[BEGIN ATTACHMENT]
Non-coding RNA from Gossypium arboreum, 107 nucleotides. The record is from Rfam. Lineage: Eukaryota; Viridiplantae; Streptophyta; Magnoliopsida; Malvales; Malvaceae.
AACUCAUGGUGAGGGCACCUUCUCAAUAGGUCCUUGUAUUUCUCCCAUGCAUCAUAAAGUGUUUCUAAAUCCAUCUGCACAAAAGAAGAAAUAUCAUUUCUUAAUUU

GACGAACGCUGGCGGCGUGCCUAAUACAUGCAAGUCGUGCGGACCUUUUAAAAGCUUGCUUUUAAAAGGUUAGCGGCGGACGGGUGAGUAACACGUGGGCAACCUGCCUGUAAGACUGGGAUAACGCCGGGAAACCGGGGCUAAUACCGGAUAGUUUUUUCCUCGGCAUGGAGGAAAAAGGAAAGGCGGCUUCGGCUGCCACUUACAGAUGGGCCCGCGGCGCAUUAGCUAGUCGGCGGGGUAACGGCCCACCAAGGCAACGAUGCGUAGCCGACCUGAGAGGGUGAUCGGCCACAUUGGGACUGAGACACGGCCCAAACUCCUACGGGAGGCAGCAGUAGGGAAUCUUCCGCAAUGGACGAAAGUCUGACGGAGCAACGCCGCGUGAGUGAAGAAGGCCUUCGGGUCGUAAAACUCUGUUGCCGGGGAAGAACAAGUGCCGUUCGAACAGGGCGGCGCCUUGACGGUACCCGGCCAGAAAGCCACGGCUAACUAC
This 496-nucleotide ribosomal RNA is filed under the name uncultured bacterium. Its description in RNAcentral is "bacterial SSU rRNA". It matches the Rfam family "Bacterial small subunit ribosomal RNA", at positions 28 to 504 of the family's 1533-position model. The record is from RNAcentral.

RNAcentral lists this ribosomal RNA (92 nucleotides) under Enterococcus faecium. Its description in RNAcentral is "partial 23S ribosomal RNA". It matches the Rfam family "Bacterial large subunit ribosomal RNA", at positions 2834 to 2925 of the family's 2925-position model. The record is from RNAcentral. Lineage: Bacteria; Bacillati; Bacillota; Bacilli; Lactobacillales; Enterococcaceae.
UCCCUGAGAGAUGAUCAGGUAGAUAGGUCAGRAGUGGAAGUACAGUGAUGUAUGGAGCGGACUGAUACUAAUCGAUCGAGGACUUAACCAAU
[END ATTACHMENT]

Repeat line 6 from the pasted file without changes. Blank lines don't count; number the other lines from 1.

UCCCUGAGAGAUGAUCAGGUAGAUAGGUCAGRAGUGGAAGUACAGUGAUGUAUGGAGCGGACUGAUACUAAUCGAUCGAGGACUUAACCAAU